The vet examined his teeth and declared that he was just about 4 weeks old. He said that he was a cross breed with a lot of ‘desi’ blood. Usually pups are given shots for rabies and parvo, (which is a virus that causes severe vomiting and dysentery) when they are three months old. But since Joey was a stray, the vet thought it prudent to give the shots earlier especially since he was not getting his mother’s milk and her antibodies. He embarrassed us by praising our efforts to give a home to a stray. One thing he said disturbed me though: pups are generally adopted only by the 10th week or so, by which time their mothers would have taught them social skills including their behaviour around humans and other dogs.
“Should I put him back with his mother then?” I asked uncertainly.
“Don’t do that! Strays die by the dozens in this weather and he would get a chance to live if he stayed with you,” he advised.
The bath the pup had the next day with the medicated shampoo the vet had given, brought out the sheen of his coat and he looked nothing like a scruffy stray! The tiny thing that he was, he could easily hide in the L&M’s sneakers!
The vet had told me that I had replaced the little mite’s mother and so he considered me his ‘mom.’ It was a funny feeling but one that was quite exciting and scary at the same time. Would I be able to take care of him, toilet train, teach him social skills and generally care for him? It was a daunting proposition. The neighbours laughed at my trepidation at caring for a mere street pup. But to me he was almost a child – and someone else’ at that and so came with more responsibility.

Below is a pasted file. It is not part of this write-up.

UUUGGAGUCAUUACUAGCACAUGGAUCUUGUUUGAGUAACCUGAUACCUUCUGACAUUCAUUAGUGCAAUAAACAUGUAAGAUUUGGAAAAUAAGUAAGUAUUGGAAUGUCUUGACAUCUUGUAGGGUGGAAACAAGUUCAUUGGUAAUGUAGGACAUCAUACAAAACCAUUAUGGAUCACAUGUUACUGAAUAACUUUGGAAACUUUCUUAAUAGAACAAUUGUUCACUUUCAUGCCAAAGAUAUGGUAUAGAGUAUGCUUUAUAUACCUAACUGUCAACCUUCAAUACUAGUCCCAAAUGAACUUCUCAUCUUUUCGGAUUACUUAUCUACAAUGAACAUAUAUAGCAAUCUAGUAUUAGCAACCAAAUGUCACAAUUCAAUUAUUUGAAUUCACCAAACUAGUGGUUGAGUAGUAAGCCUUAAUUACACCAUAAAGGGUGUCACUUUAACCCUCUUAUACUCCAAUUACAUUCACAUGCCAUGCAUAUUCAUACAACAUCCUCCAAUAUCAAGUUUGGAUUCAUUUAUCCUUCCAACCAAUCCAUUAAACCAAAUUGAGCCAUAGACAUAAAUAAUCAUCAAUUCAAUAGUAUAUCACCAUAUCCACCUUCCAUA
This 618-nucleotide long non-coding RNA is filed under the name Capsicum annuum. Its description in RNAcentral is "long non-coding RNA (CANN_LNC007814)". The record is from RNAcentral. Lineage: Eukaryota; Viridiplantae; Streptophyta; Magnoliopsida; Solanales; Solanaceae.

Now began the real test. I took care of him by instinct but was clueless about the right and wrong of pet care. How I wished I could do what I had done with my brats! But they were human kids and I could rely on common sense and instinct to bring them up, though I went through a phase of doubt and uncertainty. There had been no pets in our family and so I had no idea about anything to do with them. Neighbours who had pets offered conflicting advice about everything.
Joey needed company and his street blood clamored to play with other street dogs. Two of his siblings had died just as the vet had predicted. Three more roamed the place, but I was afraid to let him play with them. They were not clean enough and I was afraid he would catch something. Also his mother growled menacingly if she saw him or when he whined at her sight.
I began having all kinds of guilt pangs about having taken him away from his family. I looked at the other pups from the litter and would see them playing, fighting and cuddling with each other. Was I doing a service or was I sinning horribly? Was it like birds that do not accept their chicks if they are handled by humans? Had I cut off a baby from its mother thus committing an unpardonable sin? Would all the human love, care and pampering be replacement enough for his mother’s milk and love? I would lie awake entire nights wondering and fretting about it.
But the belief that there must be some divine reason for sending Joey to us was strong and got stronger.
And true enough we found out what it was a few days later – in the most ghastly manner …
To be continued.
Read the second and third parts: